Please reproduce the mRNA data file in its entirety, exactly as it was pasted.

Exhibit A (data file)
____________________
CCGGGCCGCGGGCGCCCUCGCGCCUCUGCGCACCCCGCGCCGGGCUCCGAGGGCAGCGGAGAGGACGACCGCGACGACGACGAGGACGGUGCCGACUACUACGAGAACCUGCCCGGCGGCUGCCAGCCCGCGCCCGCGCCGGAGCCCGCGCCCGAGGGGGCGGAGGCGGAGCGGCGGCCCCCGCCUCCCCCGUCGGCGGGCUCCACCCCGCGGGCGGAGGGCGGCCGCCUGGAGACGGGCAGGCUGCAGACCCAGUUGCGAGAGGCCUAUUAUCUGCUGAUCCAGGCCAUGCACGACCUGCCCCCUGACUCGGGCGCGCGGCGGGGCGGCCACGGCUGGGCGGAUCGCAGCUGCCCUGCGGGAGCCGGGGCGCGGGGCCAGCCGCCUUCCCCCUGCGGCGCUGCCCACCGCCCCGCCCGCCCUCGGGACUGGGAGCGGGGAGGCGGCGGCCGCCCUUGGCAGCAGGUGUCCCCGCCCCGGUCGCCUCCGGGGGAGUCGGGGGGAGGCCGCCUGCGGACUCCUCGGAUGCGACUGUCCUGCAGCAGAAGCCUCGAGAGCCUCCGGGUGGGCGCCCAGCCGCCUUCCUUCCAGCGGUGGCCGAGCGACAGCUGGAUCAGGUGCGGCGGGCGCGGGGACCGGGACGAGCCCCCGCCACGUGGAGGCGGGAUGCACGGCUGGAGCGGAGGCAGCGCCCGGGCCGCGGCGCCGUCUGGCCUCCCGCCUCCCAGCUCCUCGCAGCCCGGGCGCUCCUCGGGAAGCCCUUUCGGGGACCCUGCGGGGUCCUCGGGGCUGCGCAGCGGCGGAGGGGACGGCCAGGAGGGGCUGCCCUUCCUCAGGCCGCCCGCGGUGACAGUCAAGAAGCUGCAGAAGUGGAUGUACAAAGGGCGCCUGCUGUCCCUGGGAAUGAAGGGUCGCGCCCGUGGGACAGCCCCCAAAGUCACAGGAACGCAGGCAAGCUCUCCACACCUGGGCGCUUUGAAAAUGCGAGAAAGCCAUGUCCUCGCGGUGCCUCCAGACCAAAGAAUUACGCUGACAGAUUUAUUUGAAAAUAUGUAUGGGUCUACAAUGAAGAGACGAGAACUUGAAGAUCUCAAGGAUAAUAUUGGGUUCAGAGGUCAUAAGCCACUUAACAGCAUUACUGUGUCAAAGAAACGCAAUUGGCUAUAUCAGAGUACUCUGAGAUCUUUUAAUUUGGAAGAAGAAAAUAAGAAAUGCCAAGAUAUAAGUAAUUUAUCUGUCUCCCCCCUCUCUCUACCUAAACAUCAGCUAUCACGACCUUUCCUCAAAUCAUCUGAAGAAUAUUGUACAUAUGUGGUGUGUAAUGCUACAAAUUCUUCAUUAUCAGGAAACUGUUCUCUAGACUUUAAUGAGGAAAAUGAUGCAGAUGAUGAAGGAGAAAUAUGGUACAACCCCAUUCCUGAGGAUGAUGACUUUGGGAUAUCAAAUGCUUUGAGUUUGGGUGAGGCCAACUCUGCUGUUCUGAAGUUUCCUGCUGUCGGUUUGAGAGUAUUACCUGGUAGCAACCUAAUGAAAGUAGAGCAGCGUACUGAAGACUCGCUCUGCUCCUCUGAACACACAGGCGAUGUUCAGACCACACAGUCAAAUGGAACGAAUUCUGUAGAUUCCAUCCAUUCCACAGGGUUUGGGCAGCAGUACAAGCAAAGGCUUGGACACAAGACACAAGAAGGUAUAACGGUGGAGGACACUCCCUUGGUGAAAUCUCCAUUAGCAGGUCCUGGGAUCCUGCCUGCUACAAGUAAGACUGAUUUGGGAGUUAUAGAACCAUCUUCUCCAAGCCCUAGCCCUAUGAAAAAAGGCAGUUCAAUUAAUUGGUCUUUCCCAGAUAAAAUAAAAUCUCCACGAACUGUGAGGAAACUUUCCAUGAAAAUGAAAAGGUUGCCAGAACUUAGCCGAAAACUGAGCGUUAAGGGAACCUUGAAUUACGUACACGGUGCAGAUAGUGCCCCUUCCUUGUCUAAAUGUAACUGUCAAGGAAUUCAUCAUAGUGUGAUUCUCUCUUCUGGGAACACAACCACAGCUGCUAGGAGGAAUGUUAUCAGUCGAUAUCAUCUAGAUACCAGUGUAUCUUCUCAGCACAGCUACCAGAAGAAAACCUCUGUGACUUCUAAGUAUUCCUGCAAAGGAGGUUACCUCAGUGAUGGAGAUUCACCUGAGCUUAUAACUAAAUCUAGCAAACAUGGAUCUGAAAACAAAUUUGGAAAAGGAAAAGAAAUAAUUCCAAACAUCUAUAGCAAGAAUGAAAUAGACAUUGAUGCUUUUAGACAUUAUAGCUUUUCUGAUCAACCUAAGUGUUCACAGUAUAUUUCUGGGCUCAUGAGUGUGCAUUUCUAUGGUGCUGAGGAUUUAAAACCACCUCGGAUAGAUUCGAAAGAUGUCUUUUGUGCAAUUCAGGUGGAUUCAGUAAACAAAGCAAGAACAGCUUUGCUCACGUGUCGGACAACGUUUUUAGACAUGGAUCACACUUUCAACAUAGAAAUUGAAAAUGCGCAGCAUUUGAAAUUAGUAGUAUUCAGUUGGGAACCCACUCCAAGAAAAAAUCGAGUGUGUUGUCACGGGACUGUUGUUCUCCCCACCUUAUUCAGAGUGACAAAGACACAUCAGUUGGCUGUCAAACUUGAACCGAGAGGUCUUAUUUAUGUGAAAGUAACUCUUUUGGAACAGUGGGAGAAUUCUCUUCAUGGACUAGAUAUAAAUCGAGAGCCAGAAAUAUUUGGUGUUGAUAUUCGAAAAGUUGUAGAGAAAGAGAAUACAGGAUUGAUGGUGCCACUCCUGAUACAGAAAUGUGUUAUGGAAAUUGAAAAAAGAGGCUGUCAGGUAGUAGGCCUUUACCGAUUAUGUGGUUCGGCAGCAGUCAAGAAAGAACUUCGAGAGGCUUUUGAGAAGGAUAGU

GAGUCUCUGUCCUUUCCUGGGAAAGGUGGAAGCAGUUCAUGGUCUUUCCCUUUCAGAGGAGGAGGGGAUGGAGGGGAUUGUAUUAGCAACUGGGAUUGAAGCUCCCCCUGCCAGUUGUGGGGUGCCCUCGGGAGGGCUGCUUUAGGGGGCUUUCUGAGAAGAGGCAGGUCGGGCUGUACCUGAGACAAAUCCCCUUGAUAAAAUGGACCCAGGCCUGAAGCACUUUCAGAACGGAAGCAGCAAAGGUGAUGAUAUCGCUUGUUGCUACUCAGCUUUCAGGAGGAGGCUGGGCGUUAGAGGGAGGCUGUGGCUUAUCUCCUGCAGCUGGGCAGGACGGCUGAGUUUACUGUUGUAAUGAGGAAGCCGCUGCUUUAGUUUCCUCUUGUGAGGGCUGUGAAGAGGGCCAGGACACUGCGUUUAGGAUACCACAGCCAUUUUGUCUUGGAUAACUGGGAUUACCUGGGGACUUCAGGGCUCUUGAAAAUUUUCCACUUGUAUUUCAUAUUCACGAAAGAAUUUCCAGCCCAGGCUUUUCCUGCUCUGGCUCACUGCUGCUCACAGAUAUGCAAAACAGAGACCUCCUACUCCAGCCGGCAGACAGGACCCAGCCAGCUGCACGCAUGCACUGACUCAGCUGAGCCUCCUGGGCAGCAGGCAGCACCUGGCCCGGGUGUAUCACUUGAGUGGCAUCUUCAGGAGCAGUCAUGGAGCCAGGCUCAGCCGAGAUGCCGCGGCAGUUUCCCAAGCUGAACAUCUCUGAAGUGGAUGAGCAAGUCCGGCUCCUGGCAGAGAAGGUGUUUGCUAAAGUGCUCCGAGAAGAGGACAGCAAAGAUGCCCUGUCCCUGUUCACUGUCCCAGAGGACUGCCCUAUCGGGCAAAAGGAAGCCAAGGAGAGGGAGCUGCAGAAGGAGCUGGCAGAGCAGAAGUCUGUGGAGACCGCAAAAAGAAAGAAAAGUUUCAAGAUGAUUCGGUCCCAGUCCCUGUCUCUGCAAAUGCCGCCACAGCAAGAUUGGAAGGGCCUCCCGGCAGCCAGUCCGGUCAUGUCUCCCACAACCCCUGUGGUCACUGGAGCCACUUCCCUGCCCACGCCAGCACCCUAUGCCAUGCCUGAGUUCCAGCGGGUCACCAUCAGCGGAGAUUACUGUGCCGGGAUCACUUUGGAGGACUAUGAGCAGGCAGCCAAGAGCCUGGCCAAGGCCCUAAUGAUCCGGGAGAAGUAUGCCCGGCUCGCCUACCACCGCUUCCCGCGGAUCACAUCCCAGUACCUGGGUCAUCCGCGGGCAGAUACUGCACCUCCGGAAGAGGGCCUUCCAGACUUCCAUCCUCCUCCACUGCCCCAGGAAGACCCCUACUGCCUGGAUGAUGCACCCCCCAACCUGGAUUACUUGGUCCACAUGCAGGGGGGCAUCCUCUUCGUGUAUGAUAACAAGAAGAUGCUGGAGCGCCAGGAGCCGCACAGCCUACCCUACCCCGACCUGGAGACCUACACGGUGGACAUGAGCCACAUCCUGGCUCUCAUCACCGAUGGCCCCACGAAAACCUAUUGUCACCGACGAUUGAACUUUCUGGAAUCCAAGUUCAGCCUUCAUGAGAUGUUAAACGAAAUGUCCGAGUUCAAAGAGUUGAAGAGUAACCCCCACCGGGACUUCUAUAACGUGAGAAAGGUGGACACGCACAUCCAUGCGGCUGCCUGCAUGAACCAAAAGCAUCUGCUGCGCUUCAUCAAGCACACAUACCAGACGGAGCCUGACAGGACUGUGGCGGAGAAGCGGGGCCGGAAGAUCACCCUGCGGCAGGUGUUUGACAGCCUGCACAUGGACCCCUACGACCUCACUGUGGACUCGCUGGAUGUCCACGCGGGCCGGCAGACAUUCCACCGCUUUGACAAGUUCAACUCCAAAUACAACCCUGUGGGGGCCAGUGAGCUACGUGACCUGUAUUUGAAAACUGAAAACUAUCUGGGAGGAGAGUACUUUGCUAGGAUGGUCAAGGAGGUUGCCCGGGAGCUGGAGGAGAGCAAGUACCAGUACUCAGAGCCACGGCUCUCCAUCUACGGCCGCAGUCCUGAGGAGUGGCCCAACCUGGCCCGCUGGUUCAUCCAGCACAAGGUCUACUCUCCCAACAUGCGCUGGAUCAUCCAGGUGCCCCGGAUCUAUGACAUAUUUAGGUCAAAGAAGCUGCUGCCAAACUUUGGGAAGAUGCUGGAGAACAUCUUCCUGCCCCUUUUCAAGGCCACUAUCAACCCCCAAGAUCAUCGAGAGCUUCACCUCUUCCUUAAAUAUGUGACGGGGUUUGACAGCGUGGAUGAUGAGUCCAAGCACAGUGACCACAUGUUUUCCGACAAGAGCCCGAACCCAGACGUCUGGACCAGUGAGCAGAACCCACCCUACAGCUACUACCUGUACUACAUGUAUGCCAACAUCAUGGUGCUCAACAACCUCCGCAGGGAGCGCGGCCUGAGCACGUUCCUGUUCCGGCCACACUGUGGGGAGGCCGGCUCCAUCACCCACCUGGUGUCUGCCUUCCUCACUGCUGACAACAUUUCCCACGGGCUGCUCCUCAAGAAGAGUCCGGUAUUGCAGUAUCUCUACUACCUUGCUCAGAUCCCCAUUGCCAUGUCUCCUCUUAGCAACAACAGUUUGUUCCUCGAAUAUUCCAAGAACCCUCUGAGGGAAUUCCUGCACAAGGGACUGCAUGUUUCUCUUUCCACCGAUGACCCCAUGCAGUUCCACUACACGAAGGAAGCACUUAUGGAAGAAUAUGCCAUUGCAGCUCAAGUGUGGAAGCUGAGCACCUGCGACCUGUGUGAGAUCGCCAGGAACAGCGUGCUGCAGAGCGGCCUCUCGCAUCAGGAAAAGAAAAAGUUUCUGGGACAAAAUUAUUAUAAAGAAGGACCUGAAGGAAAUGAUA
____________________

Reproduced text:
CCGGGCCGCGGGCGCCCUCGCGCCUCUGCGCACCCCGCGCCGGGCUCCGAGGGCAGCGGAGAGGACGACCGCGACGACGACGAGGACGGUGCCGACUACUACGAGAACCUGCCCGGCGGCUGCCAGCCCGCGCCCGCGCCGGAGCCCGCGCCCGAGGGGGCGGAGGCGGAGCGGCGGCCCCCGCCUCCCCCGUCGGCGGGCUCCACCCCGCGGGCGGAGGGCGGCCGCCUGGAGACGGGCAGGCUGCAGACCCAGUUGCGAGAGGCCUAUUAUCUGCUGAUCCAGGCCAUGCACGACCUGCCCCCUGACUCGGGCGCGCGGCGGGGCGGCCACGGCUGGGCGGAUCGCAGCUGCCCUGCGGGAGCCGGGGCGCGGGGCCAGCCGCCUUCCCCCUGCGGCGCUGCCCACCGCCCCGCCCGCCCUCGGGACUGGGAGCGGGGAGGCGGCGGCCGCCCUUGGCAGCAGGUGUCCCCGCCCCGGUCGCCUCCGGGGGAGUCGGGGGGAGGCCGCCUGCGGACUCCUCGGAUGCGACUGUCCUGCAGCAGAAGCCUCGAGAGCCUCCGGGUGGGCGCCCAGCCGCCUUCCUUCCAGCGGUGGCCGAGCGACAGCUGGAUCAGGUGCGGCGGGCGCGGGGACCGGGACGAGCCCCCGCCACGUGGAGGCGGGAUGCACGGCUGGAGCGGAGGCAGCGCCCGGGCCGCGGCGCCGUCUGGCCUCCCGCCUCCCAGCUCCUCGCAGCCCGGGCGCUCCUCGGGAAGCCCUUUCGGGGACCCUGCGGGGUCCUCGGGGCUGCGCAGCGGCGGAGGGGACGGCCAGGAGGGGCUGCCCUUCCUCAGGCCGCCCGCGGUGACAGUCAAGAAGCUGCAGAAGUGGAUGUACAAAGGGCGCCUGCUGUCCCUGGGAAUGAAGGGUCGCGCCCGUGGGACAGCCCCCAAAGUCACAGGAACGCAGGCAAGCUCUCCACACCUGGGCGCUUUGAAAAUGCGAGAAAGCCAUGUCCUCGCGGUGCCUCCAGACCAAAGAAUUACGCUGACAGAUUUAUUUGAAAAUAUGUAUGGGUCUACAAUGAAGAGACGAGAACUUGAAGAUCUCAAGGAUAAUAUUGGGUUCAGAGGUCAUAAGCCACUUAACAGCAUUACUGUGUCAAAGAAACGCAAUUGGCUAUAUCAGAGUACUCUGAGAUCUUUUAAUUUGGAAGAAGAAAAUAAGAAAUGCCAAGAUAUAAGUAAUUUAUCUGUCUCCCCCCUCUCUCUACCUAAACAUCAGCUAUCACGACCUUUCCUCAAAUCAUCUGAAGAAUAUUGUACAUAUGUGGUGUGUAAUGCUACAAAUUCUUCAUUAUCAGGAAACUGUUCUCUAGACUUUAAUGAGGAAAAUGAUGCAGAUGAUGAAGGAGAAAUAUGGUACAACCCCAUUCCUGAGGAUGAUGACUUUGGGAUAUCAAAUGCUUUGAGUUUGGGUGAGGCCAACUCUGCUGUUCUGAAGUUUCCUGCUGUCGGUUUGAGAGUAUUACCUGGUAGCAACCUAAUGAAAGUAGAGCAGCGUACUGAAGACUCGCUCUGCUCCUCUGAACACACAGGCGAUGUUCAGACCACACAGUCAAAUGGAACGAAUUCUGUAGAUUCCAUCCAUUCCACAGGGUUUGGGCAGCAGUACAAGCAAAGGCUUGGACACAAGACACAAGAAGGUAUAACGGUGGAGGACACUCCCUUGGUGAAAUCUCCAUUAGCAGGUCCUGGGAUCCUGCCUGCUACAAGUAAGACUGAUUUGGGAGUUAUAGAACCAUCUUCUCCAAGCCCUAGCCCUAUGAAAAAAGGCAGUUCAAUUAAUUGGUCUUUCCCAGAUAAAAUAAAAUCUCCACGAACUGUGAGGAAACUUUCCAUGAAAAUGAAAAGGUUGCCAGAACUUAGCCGAAAACUGAGCGUUAAGGGAACCUUGAAUUACGUACACGGUGCAGAUAGUGCCCCUUCCUUGUCUAAAUGUAACUGUCAAGGAAUUCAUCAUAGUGUGAUUCUCUCUUCUGGGAACACAACCACAGCUGCUAGGAGGAAUGUUAUCAGUCGAUAUCAUCUAGAUACCAGUGUAUCUUCUCAGCACAGCUACCAGAAGAAAACCUCUGUGACUUCUAAGUAUUCCUGCAAAGGAGGUUACCUCAGUGAUGGAGAUUCACCUGAGCUUAUAACUAAAUCUAGCAAACAUGGAUCUGAAAACAAAUUUGGAAAAGGAAAAGAAAUAAUUCCAAACAUCUAUAGCAAGAAUGAAAUAGACAUUGAUGCUUUUAGACAUUAUAGCUUUUCUGAUCAACCUAAGUGUUCACAGUAUAUUUCUGGGCUCAUGAGUGUGCAUUUCUAUGGUGCUGAGGAUUUAAAACCACCUCGGAUAGAUUCGAAAGAUGUCUUUUGUGCAAUUCAGGUGGAUUCAGUAAACAAAGCAAGAACAGCUUUGCUCACGUGUCGGACAACGUUUUUAGACAUGGAUCACACUUUCAACAUAGAAAUUGAAAAUGCGCAGCAUUUGAAAUUAGUAGUAUUCAGUUGGGAACCCACUCCAAGAAAAAAUCGAGUGUGUUGUCACGGGACUGUUGUUCUCCCCACCUUAUUCAGAGUGACAAAGACACAUCAGUUGGCUGUCAAACUUGAACCGAGAGGUCUUAUUUAUGUGAAAGUAACUCUUUUGGAACAGUGGGAGAAUUCUCUUCAUGGACUAGAUAUAAAUCGAGAGCCAGAAAUAUUUGGUGUUGAUAUUCGAAAAGUUGUAGAGAAAGAGAAUACAGGAUUGAUGGUGCCACUCCUGAUACAGAAAUGUGUUAUGGAAAUUGAAAAAAGAGGCUGUCAGGUAGUAGGCCUUUACCGAUUAUGUGGUUCGGCAGCAGUCAAGAAAGAACUUCGAGAGGCUUUUGAGAAGGAUAGU

GAGUCUCUGUCCUUUCCUGGGAAAGGUGGAAGCAGUUCAUGGUCUUUCCCUUUCAGAGGAGGAGGGGAUGGAGGGGAUUGUAUUAGCAACUGGGAUUGAAGCUCCCCCUGCCAGUUGUGGGGUGCCCUCGGGAGGGCUGCUUUAGGGGGCUUUCUGAGAAGAGGCAGGUCGGGCUGUACCUGAGACAAAUCCCCUUGAUAAAAUGGACCCAGGCCUGAAGCACUUUCAGAACGGAAGCAGCAAAGGUGAUGAUAUCGCUUGUUGCUACUCAGCUUUCAGGAGGAGGCUGGGCGUUAGAGGGAGGCUGUGGCUUAUCUCCUGCAGCUGGGCAGGACGGCUGAGUUUACUGUUGUAAUGAGGAAGCCGCUGCUUUAGUUUCCUCUUGUGAGGGCUGUGAAGAGGGCCAGGACACUGCGUUUAGGAUACCACAGCCAUUUUGUCUUGGAUAACUGGGAUUACCUGGGGACUUCAGGGCUCUUGAAAAUUUUCCACUUGUAUUUCAUAUUCACGAAAGAAUUUCCAGCCCAGGCUUUUCCUGCUCUGGCUCACUGCUGCUCACAGAUAUGCAAAACAGAGACCUCCUACUCCAGCCGGCAGACAGGACCCAGCCAGCUGCACGCAUGCACUGACUCAGCUGAGCCUCCUGGGCAGCAGGCAGCACCUGGCCCGGGUGUAUCACUUGAGUGGCAUCUUCAGGAGCAGUCAUGGAGCCAGGCUCAGCCGAGAUGCCGCGGCAGUUUCCCAAGCUGAACAUCUCUGAAGUGGAUGAGCAAGUCCGGCUCCUGGCAGAGAAGGUGUUUGCUAAAGUGCUCCGAGAAGAGGACAGCAAAGAUGCCCUGUCCCUGUUCACUGUCCCAGAGGACUGCCCUAUCGGGCAAAAGGAAGCCAAGGAGAGGGAGCUGCAGAAGGAGCUGGCAGAGCAGAAGUCUGUGGAGACCGCAAAAAGAAAGAAAAGUUUCAAGAUGAUUCGGUCCCAGUCCCUGUCUCUGCAAAUGCCGCCACAGCAAGAUUGGAAGGGCCUCCCGGCAGCCAGUCCGGUCAUGUCUCCCACAACCCCUGUGGUCACUGGAGCCACUUCCCUGCCCACGCCAGCACCCUAUGCCAUGCCUGAGUUCCAGCGGGUCACCAUCAGCGGAGAUUACUGUGCCGGGAUCACUUUGGAGGACUAUGAGCAGGCAGCCAAGAGCCUGGCCAAGGCCCUAAUGAUCCGGGAGAAGUAUGCCCGGCUCGCCUACCACCGCUUCCCGCGGAUCACAUCCCAGUACCUGGGUCAUCCGCGGGCAGAUACUGCACCUCCGGAAGAGGGCCUUCCAGACUUCCAUCCUCCUCCACUGCCCCAGGAAGACCCCUACUGCCUGGAUGAUGCACCCCCCAACCUGGAUUACUUGGUCCACAUGCAGGGGGGCAUCCUCUUCGUGUAUGAUAACAAGAAGAUGCUGGAGCGCCAGGAGCCGCACAGCCUACCCUACCCCGACCUGGAGACCUACACGGUGGACAUGAGCCACAUCCUGGCUCUCAUCACCGAUGGCCCCACGAAAACCUAUUGUCACCGACGAUUGAACUUUCUGGAAUCCAAGUUCAGCCUUCAUGAGAUGUUAAACGAAAUGUCCGAGUUCAAAGAGUUGAAGAGUAACCCCCACCGGGACUUCUAUAACGUGAGAAAGGUGGACACGCACAUCCAUGCGGCUGCCUGCAUGAACCAAAAGCAUCUGCUGCGCUUCAUCAAGCACACAUACCAGACGGAGCCUGACAGGACUGUGGCGGAGAAGCGGGGCCGGAAGAUCACCCUGCGGCAGGUGUUUGACAGCCUGCACAUGGACCCCUACGACCUCACUGUGGACUCGCUGGAUGUCCACGCGGGCCGGCAGACAUUCCACCGCUUUGACAAGUUCAACUCCAAAUACAACCCUGUGGGGGCCAGUGAGCUACGUGACCUGUAUUUGAAAACUGAAAACUAUCUGGGAGGAGAGUACUUUGCUAGGAUGGUCAAGGAGGUUGCCCGGGAGCUGGAGGAGAGCAAGUACCAGUACUCAGAGCCACGGCUCUCCAUCUACGGCCGCAGUCCUGAGGAGUGGCCCAACCUGGCCCGCUGGUUCAUCCAGCACAAGGUCUACUCUCCCAACAUGCGCUGGAUCAUCCAGGUGCCCCGGAUCUAUGACAUAUUUAGGUCAAAGAAGCUGCUGCCAAACUUUGGGAAGAUGCUGGAGAACAUCUUCCUGCCCCUUUUCAAGGCCACUAUCAACCCCCAAGAUCAUCGAGAGCUUCACCUCUUCCUUAAAUAUGUGACGGGGUUUGACAGCGUGGAUGAUGAGUCCAAGCACAGUGACCACAUGUUUUCCGACAAGAGCCCGAACCCAGACGUCUGGACCAGUGAGCAGAACCCACCCUACAGCUACUACCUGUACUACAUGUAUGCCAACAUCAUGGUGCUCAACAACCUCCGCAGGGAGCGCGGCCUGAGCACGUUCCUGUUCCGGCCACACUGUGGGGAGGCCGGCUCCAUCACCCACCUGGUGUCUGCCUUCCUCACUGCUGACAACAUUUCCCACGGGCUGCUCCUCAAGAAGAGUCCGGUAUUGCAGUAUCUCUACUACCUUGCUCAGAUCCCCAUUGCCAUGUCUCCUCUUAGCAACAACAGUUUGUUCCUCGAAUAUUCCAAGAACCCUCUGAGGGAAUUCCUGCACAAGGGACUGCAUGUUUCUCUUUCCACCGAUGACCCCAUGCAGUUCCACUACACGAAGGAAGCACUUAUGGAAGAAUAUGCCAUUGCAGCUCAAGUGUGGAAGCUGAGCACCUGCGACCUGUGUGAGAUCGCCAGGAACAGCGUGCUGCAGAGCGGCCUCUCGCAUCAGGAAAAGAAAAAGUUUCUGGGACAAAAUUAUUAUAAAGAAGGACCUGAAGGAAAUGAUA